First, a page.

The recent Google anti-trust lawsuit exposed the importance of the Navboost algorithm signals as a major ranking factor. Navboost is an algorithm that interprets user engagement signals to understand what topics a webpage is relevant for, among other things.

The idea of using engagement signals as an indicator of what users expect to see makes sense. After all, Google is user-centric and who better to decide what’s best for users than the users themselves, right?

Well, consider that arguably the the biggest and most important song of 1991, Smells Like Teen Spirt by Nirvana, didn’t make the Billboard top 100 for that year. Michael Bolton and Rod Stewart made the list twice, with Rod Stewart top ranked for a song called “The Motown Song” (anyone remember that one?)

Nirvana didn’t make the charts until the next year…

My opinion, given that we know that user interactions are a strong ranking signal, is that Google’s search rankings follow a similar pattern related to users’ biases.

People tend to choose what they know. It’s called a Familiarity Bias.

Consumers have a habit of choosing things that are familiar over those that are unfamiliar. This preference shows up in product choices that prefer brands, for example.

Behavioral scientist, Jason Hreha, defines Familiarity Bias like this:

“The familiarity bias is a phenomenon in which people tend to prefer familiar options over unfamiliar ones, even when the unfamiliar options may be better. This bias is often explained in terms of cognitive ease, which is the feeling of fluency or ease that people experience when they are processing familiar information. When people encounter familiar options, they are more likely to experience cognitive ease, which can make those options seem more appealing.”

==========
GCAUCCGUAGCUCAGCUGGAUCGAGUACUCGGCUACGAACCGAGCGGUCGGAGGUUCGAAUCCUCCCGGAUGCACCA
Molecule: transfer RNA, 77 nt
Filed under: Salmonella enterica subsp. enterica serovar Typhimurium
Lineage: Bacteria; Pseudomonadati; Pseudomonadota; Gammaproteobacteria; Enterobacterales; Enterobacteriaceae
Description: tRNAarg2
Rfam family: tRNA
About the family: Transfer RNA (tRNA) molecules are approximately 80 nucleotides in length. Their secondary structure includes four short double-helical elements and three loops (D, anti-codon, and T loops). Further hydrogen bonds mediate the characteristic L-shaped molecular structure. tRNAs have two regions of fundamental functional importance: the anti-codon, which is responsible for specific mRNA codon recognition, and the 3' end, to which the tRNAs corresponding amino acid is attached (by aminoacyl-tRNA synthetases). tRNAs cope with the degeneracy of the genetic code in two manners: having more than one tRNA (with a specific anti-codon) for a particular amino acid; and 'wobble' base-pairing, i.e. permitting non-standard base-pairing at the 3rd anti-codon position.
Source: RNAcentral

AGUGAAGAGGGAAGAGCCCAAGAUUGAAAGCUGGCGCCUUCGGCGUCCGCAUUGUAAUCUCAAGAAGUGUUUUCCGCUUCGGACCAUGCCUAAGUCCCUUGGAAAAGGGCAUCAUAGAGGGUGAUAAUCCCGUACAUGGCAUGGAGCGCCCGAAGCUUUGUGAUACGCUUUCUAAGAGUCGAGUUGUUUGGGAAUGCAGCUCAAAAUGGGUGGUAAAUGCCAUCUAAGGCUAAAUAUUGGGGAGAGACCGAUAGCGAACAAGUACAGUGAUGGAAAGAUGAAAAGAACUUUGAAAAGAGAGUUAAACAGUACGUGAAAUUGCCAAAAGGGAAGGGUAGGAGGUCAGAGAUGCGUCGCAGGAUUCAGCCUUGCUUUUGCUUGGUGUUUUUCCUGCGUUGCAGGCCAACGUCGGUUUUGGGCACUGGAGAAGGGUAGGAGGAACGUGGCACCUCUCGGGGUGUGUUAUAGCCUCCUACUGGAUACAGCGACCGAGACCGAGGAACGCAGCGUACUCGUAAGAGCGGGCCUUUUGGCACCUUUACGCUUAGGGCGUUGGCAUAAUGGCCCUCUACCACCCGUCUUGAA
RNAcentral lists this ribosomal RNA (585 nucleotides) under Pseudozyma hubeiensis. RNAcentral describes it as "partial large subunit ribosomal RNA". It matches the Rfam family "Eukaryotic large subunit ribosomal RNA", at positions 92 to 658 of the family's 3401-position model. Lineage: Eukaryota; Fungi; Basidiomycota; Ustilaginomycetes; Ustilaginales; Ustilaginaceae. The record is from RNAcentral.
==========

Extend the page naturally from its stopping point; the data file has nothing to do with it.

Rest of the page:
Except for certain queries (like those related to health), I don’t think Google makes an editorial decision to certain kinds of websites, like brands.

Google uses many signals for ranking. But Google is strongly user focused.

I believe it’s possible that strong user preferences can carry a more substantial weight than Reviews System signals. How else to explain why Google seemingly has a bias for big brand websites with fake reviews rank better than honest independent review sites?

It’s not like Google’s algorithms haven’t created poor search results in the past.

  • Google’s Panda algorithm was designed to get rid of a bias for cookie cutter content.
  • The Reviews System is a patch to fix Google’s bias for content that’s about reviews but aren’t necessarily reviews.

If Google has systems for catching low quality sites that their core algorithm would otherwise rank, why do big brands and poor quality content still rank?

I believe the answer is that is what users prefer to see those sites, as indicated by user interaction signals.

The big question to ask is whether Google will continue to rank what users biases and inexperience trigger user satisfaction signals.  Or will Google continue serving the sugar-frosted bon-bons that users crave?

Should Google make the choice to rank quality content at the risk that users find it too hard to understand?

Or should publishers give up and focus on creating for the lowest common denominator like the biggest popstars do?